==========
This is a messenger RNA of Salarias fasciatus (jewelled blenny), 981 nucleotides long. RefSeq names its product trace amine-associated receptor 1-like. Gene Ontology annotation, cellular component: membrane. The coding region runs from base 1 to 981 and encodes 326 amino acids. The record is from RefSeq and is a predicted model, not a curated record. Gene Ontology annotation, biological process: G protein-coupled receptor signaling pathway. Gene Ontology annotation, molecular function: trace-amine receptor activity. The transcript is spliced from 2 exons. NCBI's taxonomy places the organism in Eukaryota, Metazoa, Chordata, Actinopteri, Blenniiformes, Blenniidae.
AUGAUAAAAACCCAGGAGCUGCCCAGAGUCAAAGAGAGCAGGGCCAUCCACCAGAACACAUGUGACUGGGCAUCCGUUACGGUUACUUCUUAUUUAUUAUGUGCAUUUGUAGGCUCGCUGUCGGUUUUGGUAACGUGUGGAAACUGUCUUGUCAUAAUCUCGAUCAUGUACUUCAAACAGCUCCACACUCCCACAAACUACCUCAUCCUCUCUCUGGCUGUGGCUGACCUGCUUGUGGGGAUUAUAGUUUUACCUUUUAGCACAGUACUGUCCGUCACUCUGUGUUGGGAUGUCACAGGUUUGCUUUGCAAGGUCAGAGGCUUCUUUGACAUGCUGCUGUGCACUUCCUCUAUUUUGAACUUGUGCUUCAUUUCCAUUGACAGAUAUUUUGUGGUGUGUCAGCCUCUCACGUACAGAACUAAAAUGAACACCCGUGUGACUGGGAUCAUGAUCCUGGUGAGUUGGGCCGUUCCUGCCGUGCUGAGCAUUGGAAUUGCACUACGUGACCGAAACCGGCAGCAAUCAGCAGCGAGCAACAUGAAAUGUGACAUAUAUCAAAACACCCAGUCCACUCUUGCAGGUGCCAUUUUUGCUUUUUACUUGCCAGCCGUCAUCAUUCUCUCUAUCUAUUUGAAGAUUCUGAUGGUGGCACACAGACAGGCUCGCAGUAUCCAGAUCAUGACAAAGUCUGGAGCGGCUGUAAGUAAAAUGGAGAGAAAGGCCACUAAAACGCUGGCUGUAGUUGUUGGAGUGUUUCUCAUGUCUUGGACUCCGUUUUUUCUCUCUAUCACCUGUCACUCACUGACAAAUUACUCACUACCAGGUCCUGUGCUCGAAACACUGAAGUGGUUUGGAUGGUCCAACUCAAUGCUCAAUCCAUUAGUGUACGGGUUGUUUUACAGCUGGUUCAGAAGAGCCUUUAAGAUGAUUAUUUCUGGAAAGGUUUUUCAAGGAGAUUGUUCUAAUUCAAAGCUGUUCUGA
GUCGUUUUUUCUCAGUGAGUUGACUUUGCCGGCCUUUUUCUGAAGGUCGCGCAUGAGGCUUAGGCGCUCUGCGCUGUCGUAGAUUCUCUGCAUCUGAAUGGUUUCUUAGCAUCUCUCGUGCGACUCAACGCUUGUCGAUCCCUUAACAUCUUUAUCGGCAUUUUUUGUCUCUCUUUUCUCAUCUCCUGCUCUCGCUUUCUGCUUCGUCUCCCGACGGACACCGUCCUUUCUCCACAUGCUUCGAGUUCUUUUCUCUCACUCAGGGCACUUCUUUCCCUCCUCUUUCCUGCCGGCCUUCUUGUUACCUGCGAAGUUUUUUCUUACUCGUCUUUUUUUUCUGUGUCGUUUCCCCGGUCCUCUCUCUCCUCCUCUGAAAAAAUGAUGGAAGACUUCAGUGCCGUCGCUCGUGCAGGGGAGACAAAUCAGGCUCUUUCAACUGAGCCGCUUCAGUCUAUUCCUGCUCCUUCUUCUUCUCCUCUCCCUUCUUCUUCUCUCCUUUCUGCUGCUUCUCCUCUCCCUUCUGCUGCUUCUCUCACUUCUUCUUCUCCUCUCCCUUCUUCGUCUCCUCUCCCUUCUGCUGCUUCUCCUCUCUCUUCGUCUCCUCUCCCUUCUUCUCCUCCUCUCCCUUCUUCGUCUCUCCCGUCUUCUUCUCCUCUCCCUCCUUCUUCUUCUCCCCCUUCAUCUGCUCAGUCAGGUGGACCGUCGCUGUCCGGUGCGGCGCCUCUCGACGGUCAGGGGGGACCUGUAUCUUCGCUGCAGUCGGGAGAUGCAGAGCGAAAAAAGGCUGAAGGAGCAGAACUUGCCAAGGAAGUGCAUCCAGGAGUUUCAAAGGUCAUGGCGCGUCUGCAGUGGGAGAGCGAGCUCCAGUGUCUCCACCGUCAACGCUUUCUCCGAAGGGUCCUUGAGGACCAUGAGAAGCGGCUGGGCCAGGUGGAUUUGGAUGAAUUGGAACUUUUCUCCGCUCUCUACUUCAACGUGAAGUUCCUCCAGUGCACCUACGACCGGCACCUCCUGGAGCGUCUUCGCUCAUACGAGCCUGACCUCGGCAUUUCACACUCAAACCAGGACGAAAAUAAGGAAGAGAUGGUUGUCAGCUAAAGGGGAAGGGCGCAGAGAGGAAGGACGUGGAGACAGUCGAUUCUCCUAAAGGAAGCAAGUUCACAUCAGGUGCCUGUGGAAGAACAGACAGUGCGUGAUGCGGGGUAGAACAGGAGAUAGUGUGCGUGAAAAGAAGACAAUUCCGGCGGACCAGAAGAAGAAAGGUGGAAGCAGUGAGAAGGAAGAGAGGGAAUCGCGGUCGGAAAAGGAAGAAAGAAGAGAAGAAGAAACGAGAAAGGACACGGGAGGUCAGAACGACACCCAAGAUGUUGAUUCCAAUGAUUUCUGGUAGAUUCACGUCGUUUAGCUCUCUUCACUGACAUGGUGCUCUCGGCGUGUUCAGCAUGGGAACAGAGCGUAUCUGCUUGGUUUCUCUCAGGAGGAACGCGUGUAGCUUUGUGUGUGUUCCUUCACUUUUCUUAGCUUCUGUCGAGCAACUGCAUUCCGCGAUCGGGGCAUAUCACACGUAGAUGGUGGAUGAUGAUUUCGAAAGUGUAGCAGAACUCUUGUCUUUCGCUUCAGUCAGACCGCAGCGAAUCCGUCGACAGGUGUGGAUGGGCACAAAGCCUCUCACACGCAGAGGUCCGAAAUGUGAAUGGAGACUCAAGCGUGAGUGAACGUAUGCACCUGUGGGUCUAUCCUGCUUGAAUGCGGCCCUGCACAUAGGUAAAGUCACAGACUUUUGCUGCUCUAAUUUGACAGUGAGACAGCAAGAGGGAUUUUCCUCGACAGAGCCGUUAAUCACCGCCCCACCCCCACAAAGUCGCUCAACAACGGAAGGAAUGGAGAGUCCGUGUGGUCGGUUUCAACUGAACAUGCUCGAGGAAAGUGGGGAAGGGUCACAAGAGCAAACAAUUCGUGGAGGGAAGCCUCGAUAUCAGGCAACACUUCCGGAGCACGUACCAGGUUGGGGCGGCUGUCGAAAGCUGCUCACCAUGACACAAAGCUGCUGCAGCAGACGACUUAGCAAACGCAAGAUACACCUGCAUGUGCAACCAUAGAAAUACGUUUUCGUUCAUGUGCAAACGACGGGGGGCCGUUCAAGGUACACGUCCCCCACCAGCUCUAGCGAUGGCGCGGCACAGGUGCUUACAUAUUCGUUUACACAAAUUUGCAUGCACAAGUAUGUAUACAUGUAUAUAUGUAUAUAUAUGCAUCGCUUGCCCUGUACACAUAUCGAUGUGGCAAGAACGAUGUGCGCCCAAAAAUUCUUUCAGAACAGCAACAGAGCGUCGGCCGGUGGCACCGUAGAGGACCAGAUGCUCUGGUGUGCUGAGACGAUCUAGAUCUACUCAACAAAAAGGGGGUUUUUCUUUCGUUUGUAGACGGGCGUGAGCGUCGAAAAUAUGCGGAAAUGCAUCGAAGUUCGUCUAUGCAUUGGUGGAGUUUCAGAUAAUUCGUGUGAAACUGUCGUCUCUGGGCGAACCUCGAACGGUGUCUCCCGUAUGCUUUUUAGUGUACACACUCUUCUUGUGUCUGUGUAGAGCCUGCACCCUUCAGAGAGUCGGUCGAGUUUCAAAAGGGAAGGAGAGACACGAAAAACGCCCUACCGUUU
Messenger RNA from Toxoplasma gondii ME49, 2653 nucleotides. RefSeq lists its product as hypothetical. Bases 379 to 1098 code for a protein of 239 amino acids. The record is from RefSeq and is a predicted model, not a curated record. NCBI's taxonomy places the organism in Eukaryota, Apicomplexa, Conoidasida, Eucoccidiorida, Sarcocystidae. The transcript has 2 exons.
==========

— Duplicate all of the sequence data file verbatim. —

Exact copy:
This is a messenger RNA of Salarias fasciatus (jewelled blenny), 981 nucleotides long. RefSeq names its product trace amine-associated receptor 1-like. Gene Ontology annotation, cellular component: membrane. The coding region runs from base 1 to 981 and encodes 326 amino acids. The record is from RefSeq and is a predicted model, not a curated record. Gene Ontology annotation, biological process: G protein-coupled receptor signaling pathway. Gene Ontology annotation, molecular function: trace-amine receptor activity. The transcript is spliced from 2 exons. NCBI's taxonomy places the organism in Eukaryota, Metazoa, Chordata, Actinopteri, Blenniiformes, Blenniidae.
AUGAUAAAAACCCAGGAGCUGCCCAGAGUCAAAGAGAGCAGGGCCAUCCACCAGAACACAUGUGACUGGGCAUCCGUUACGGUUACUUCUUAUUUAUUAUGUGCAUUUGUAGGCUCGCUGUCGGUUUUGGUAACGUGUGGAAACUGUCUUGUCAUAAUCUCGAUCAUGUACUUCAAACAGCUCCACACUCCCACAAACUACCUCAUCCUCUCUCUGGCUGUGGCUGACCUGCUUGUGGGGAUUAUAGUUUUACCUUUUAGCACAGUACUGUCCGUCACUCUGUGUUGGGAUGUCACAGGUUUGCUUUGCAAGGUCAGAGGCUUCUUUGACAUGCUGCUGUGCACUUCCUCUAUUUUGAACUUGUGCUUCAUUUCCAUUGACAGAUAUUUUGUGGUGUGUCAGCCUCUCACGUACAGAACUAAAAUGAACACCCGUGUGACUGGGAUCAUGAUCCUGGUGAGUUGGGCCGUUCCUGCCGUGCUGAGCAUUGGAAUUGCACUACGUGACCGAAACCGGCAGCAAUCAGCAGCGAGCAACAUGAAAUGUGACAUAUAUCAAAACACCCAGUCCACUCUUGCAGGUGCCAUUUUUGCUUUUUACUUGCCAGCCGUCAUCAUUCUCUCUAUCUAUUUGAAGAUUCUGAUGGUGGCACACAGACAGGCUCGCAGUAUCCAGAUCAUGACAAAGUCUGGAGCGGCUGUAAGUAAAAUGGAGAGAAAGGCCACUAAAACGCUGGCUGUAGUUGUUGGAGUGUUUCUCAUGUCUUGGACUCCGUUUUUUCUCUCUAUCACCUGUCACUCACUGACAAAUUACUCACUACCAGGUCCUGUGCUCGAAACACUGAAGUGGUUUGGAUGGUCCAACUCAAUGCUCAAUCCAUUAGUGUACGGGUUGUUUUACAGCUGGUUCAGAAGAGCCUUUAAGAUGAUUAUUUCUGGAAAGGUUUUUCAAGGAGAUUGUUCUAAUUCAAAGCUGUUCUGA
GUCGUUUUUUCUCAGUGAGUUGACUUUGCCGGCCUUUUUCUGAAGGUCGCGCAUGAGGCUUAGGCGCUCUGCGCUGUCGUAGAUUCUCUGCAUCUGAAUGGUUUCUUAGCAUCUCUCGUGCGACUCAACGCUUGUCGAUCCCUUAACAUCUUUAUCGGCAUUUUUUGUCUCUCUUUUCUCAUCUCCUGCUCUCGCUUUCUGCUUCGUCUCCCGACGGACACCGUCCUUUCUCCACAUGCUUCGAGUUCUUUUCUCUCACUCAGGGCACUUCUUUCCCUCCUCUUUCCUGCCGGCCUUCUUGUUACCUGCGAAGUUUUUUCUUACUCGUCUUUUUUUUCUGUGUCGUUUCCCCGGUCCUCUCUCUCCUCCUCUGAAAAAAUGAUGGAAGACUUCAGUGCCGUCGCUCGUGCAGGGGAGACAAAUCAGGCUCUUUCAACUGAGCCGCUUCAGUCUAUUCCUGCUCCUUCUUCUUCUCCUCUCCCUUCUUCUUCUCUCCUUUCUGCUGCUUCUCCUCUCCCUUCUGCUGCUUCUCUCACUUCUUCUUCUCCUCUCCCUUCUUCGUCUCCUCUCCCUUCUGCUGCUUCUCCUCUCUCUUCGUCUCCUCUCCCUUCUUCUCCUCCUCUCCCUUCUUCGUCUCUCCCGUCUUCUUCUCCUCUCCCUCCUUCUUCUUCUCCCCCUUCAUCUGCUCAGUCAGGUGGACCGUCGCUGUCCGGUGCGGCGCCUCUCGACGGUCAGGGGGGACCUGUAUCUUCGCUGCAGUCGGGAGAUGCAGAGCGAAAAAAGGCUGAAGGAGCAGAACUUGCCAAGGAAGUGCAUCCAGGAGUUUCAAAGGUCAUGGCGCGUCUGCAGUGGGAGAGCGAGCUCCAGUGUCUCCACCGUCAACGCUUUCUCCGAAGGGUCCUUGAGGACCAUGAGAAGCGGCUGGGCCAGGUGGAUUUGGAUGAAUUGGAACUUUUCUCCGCUCUCUACUUCAACGUGAAGUUCCUCCAGUGCACCUACGACCGGCACCUCCUGGAGCGUCUUCGCUCAUACGAGCCUGACCUCGGCAUUUCACACUCAAACCAGGACGAAAAUAAGGAAGAGAUGGUUGUCAGCUAAAGGGGAAGGGCGCAGAGAGGAAGGACGUGGAGACAGUCGAUUCUCCUAAAGGAAGCAAGUUCACAUCAGGUGCCUGUGGAAGAACAGACAGUGCGUGAUGCGGGGUAGAACAGGAGAUAGUGUGCGUGAAAAGAAGACAAUUCCGGCGGACCAGAAGAAGAAAGGUGGAAGCAGUGAGAAGGAAGAGAGGGAAUCGCGGUCGGAAAAGGAAGAAAGAAGAGAAGAAGAAACGAGAAAGGACACGGGAGGUCAGAACGACACCCAAGAUGUUGAUUCCAAUGAUUUCUGGUAGAUUCACGUCGUUUAGCUCUCUUCACUGACAUGGUGCUCUCGGCGUGUUCAGCAUGGGAACAGAGCGUAUCUGCUUGGUUUCUCUCAGGAGGAACGCGUGUAGCUUUGUGUGUGUUCCUUCACUUUUCUUAGCUUCUGUCGAGCAACUGCAUUCCGCGAUCGGGGCAUAUCACACGUAGAUGGUGGAUGAUGAUUUCGAAAGUGUAGCAGAACUCUUGUCUUUCGCUUCAGUCAGACCGCAGCGAAUCCGUCGACAGGUGUGGAUGGGCACAAAGCCUCUCACACGCAGAGGUCCGAAAUGUGAAUGGAGACUCAAGCGUGAGUGAACGUAUGCACCUGUGGGUCUAUCCUGCUUGAAUGCGGCCCUGCACAUAGGUAAAGUCACAGACUUUUGCUGCUCUAAUUUGACAGUGAGACAGCAAGAGGGAUUUUCCUCGACAGAGCCGUUAAUCACCGCCCCACCCCCACAAAGUCGCUCAACAACGGAAGGAAUGGAGAGUCCGUGUGGUCGGUUUCAACUGAACAUGCUCGAGGAAAGUGGGGAAGGGUCACAAGAGCAAACAAUUCGUGGAGGGAAGCCUCGAUAUCAGGCAACACUUCCGGAGCACGUACCAGGUUGGGGCGGCUGUCGAAAGCUGCUCACCAUGACACAAAGCUGCUGCAGCAGACGACUUAGCAAACGCAAGAUACACCUGCAUGUGCAACCAUAGAAAUACGUUUUCGUUCAUGUGCAAACGACGGGGGGCCGUUCAAGGUACACGUCCCCCACCAGCUCUAGCGAUGGCGCGGCACAGGUGCUUACAUAUUCGUUUACACAAAUUUGCAUGCACAAGUAUGUAUACAUGUAUAUAUGUAUAUAUAUGCAUCGCUUGCCCUGUACACAUAUCGAUGUGGCAAGAACGAUGUGCGCCCAAAAAUUCUUUCAGAACAGCAACAGAGCGUCGGCCGGUGGCACCGUAGAGGACCAGAUGCUCUGGUGUGCUGAGACGAUCUAGAUCUACUCAACAAAAAGGGGGUUUUUCUUUCGUUUGUAGACGGGCGUGAGCGUCGAAAAUAUGCGGAAAUGCAUCGAAGUUCGUCUAUGCAUUGGUGGAGUUUCAGAUAAUUCGUGUGAAACUGUCGUCUCUGGGCGAACCUCGAACGGUGUCUCCCGUAUGCUUUUUAGUGUACACACUCUUCUUGUGUCUGUGUAGAGCCUGCACCCUUCAGAGAGUCGGUCGAGUUUCAAAAGGGAAGGAGAGACACGAAAAACGCCCUACCGUUU
Messenger RNA from Toxoplasma gondii ME49, 2653 nucleotides. RefSeq lists its product as hypothetical. Bases 379 to 1098 code for a protein of 239 amino acids. The record is from RefSeq and is a predicted model, not a curated record. NCBI's taxonomy places the organism in Eukaryota, Apicomplexa, Conoidasida, Eucoccidiorida, Sarcocystidae. The transcript has 2 exons.